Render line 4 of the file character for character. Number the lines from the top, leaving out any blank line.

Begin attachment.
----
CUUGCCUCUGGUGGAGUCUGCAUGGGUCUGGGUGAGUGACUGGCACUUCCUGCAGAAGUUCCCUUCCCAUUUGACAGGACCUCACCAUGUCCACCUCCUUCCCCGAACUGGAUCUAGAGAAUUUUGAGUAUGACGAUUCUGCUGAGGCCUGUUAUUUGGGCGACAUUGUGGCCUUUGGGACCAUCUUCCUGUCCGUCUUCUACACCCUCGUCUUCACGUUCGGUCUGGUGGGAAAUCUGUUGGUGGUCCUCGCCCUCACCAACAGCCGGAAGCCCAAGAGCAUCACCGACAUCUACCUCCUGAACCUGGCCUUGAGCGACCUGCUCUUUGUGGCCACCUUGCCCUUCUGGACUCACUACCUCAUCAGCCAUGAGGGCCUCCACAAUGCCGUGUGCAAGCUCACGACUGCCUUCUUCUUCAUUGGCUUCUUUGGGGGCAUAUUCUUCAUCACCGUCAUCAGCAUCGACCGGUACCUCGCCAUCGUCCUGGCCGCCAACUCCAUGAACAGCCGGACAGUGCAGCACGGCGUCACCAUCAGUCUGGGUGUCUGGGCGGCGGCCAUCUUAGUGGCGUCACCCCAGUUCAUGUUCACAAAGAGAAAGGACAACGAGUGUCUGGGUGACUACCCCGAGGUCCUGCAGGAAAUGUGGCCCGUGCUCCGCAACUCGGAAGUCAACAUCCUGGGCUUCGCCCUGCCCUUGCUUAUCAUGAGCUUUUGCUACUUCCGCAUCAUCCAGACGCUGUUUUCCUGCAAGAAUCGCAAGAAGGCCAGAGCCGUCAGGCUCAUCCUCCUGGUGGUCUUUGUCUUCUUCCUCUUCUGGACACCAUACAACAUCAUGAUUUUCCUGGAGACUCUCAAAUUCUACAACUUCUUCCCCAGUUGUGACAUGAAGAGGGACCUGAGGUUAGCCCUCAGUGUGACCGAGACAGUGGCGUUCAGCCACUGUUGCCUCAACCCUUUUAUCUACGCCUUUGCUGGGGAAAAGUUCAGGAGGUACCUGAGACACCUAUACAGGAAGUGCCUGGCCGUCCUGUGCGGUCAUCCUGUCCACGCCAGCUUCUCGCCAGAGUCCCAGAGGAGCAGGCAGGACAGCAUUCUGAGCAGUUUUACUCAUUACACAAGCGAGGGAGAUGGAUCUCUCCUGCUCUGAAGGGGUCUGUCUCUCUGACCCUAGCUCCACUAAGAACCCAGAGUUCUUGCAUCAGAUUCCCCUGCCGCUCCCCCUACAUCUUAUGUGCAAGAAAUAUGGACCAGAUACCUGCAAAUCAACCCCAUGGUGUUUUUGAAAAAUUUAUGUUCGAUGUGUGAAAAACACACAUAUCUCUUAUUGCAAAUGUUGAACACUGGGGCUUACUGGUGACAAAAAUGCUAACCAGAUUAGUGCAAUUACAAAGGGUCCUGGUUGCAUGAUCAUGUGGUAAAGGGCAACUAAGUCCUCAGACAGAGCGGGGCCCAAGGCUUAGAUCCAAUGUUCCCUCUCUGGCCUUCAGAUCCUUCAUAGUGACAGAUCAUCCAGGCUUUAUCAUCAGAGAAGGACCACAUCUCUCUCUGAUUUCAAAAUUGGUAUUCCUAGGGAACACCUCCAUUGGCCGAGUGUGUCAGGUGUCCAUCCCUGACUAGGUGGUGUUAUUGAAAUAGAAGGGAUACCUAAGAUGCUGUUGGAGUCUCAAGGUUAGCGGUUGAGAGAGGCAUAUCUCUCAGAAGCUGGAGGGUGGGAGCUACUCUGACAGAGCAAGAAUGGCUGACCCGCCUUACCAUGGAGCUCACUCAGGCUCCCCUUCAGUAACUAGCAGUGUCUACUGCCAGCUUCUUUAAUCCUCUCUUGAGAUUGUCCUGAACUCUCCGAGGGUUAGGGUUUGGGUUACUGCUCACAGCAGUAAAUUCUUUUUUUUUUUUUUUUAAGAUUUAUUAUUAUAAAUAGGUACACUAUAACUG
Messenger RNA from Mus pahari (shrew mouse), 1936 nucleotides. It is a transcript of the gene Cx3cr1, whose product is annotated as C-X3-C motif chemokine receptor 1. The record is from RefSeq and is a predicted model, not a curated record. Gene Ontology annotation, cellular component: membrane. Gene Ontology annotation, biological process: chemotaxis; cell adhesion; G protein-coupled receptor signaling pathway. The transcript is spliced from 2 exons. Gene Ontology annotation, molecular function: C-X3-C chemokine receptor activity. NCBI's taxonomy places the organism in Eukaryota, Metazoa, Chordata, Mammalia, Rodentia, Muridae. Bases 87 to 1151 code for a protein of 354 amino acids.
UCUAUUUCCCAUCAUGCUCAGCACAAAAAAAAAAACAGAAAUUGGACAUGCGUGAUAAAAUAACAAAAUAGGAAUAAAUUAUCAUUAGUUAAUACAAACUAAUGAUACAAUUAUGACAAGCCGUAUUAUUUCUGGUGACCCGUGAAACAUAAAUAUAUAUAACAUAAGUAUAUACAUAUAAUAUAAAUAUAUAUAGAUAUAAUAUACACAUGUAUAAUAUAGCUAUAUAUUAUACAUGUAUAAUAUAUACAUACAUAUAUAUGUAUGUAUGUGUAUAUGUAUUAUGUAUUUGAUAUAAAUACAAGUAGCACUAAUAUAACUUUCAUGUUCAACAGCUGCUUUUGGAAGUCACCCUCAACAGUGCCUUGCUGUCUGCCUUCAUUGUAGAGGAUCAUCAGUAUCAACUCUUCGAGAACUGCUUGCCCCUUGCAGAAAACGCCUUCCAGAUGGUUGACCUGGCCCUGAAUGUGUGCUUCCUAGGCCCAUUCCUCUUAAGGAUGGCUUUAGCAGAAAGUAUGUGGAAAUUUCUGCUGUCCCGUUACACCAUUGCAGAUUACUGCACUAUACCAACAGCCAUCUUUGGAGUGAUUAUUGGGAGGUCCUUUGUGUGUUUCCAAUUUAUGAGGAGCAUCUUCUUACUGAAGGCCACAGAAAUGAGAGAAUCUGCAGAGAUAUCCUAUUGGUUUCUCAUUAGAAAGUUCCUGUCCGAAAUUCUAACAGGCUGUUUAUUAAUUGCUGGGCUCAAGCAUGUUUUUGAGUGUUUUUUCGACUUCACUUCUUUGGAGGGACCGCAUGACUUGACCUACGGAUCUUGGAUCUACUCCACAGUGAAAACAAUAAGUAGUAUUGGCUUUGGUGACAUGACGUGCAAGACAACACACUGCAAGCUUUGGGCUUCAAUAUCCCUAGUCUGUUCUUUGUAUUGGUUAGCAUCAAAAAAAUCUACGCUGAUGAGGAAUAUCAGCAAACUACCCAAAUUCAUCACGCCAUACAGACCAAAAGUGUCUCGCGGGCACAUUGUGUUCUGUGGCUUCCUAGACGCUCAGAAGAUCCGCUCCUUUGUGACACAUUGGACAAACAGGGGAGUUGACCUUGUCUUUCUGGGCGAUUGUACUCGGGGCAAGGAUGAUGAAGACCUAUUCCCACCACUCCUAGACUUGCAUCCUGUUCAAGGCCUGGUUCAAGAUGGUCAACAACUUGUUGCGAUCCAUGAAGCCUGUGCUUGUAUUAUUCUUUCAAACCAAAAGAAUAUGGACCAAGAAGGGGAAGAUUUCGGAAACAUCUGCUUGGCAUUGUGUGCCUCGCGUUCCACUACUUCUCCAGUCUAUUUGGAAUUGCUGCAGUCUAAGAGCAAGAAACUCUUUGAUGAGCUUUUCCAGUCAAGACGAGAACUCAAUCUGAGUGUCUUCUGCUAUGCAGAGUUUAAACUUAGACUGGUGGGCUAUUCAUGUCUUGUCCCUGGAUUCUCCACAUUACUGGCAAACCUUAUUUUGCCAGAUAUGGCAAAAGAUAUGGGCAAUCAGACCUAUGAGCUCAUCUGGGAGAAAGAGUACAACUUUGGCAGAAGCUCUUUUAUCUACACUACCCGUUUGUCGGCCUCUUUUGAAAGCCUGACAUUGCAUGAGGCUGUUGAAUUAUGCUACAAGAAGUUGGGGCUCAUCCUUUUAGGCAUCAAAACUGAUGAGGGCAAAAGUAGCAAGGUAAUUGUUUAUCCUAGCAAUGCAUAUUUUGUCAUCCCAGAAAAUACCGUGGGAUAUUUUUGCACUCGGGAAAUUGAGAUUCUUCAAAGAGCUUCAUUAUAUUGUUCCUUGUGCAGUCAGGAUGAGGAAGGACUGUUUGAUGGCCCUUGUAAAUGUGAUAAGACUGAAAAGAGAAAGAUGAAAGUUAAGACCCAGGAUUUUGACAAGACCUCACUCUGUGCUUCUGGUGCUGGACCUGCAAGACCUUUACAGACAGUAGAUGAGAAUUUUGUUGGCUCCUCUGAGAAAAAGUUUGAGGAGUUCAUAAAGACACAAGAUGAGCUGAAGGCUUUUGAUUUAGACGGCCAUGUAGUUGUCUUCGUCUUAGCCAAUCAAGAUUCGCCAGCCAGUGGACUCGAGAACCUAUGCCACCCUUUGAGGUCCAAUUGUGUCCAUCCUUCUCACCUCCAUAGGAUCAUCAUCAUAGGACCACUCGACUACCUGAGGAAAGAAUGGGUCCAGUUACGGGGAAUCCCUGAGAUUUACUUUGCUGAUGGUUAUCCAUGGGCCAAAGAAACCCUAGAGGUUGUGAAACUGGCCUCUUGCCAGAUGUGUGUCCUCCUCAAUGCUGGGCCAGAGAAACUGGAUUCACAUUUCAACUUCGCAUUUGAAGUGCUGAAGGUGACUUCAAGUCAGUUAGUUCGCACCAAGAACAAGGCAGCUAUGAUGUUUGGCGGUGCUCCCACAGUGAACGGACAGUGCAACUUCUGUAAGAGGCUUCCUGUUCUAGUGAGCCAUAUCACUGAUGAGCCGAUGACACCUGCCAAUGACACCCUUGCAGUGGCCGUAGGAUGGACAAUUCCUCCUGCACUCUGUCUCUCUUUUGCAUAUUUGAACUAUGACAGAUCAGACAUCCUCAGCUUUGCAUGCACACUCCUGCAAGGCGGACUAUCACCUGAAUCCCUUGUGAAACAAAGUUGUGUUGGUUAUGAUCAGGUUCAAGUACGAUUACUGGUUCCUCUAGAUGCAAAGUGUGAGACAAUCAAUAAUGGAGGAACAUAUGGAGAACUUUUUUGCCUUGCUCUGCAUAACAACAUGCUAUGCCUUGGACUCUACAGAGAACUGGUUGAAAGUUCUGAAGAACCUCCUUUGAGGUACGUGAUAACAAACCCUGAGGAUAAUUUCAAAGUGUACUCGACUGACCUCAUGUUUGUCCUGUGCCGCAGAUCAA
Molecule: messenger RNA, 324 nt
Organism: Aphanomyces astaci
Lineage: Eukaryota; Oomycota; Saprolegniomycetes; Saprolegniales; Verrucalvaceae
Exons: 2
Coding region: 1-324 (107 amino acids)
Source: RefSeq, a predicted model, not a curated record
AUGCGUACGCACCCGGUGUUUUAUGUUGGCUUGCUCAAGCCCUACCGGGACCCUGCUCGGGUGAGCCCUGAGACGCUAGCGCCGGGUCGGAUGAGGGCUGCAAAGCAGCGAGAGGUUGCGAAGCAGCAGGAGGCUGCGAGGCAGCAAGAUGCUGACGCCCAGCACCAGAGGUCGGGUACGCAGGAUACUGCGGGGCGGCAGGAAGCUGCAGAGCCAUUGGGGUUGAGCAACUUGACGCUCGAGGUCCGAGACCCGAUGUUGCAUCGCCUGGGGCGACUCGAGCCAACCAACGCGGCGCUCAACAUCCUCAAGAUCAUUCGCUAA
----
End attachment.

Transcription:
Molecule: messenger RNA, 324 nt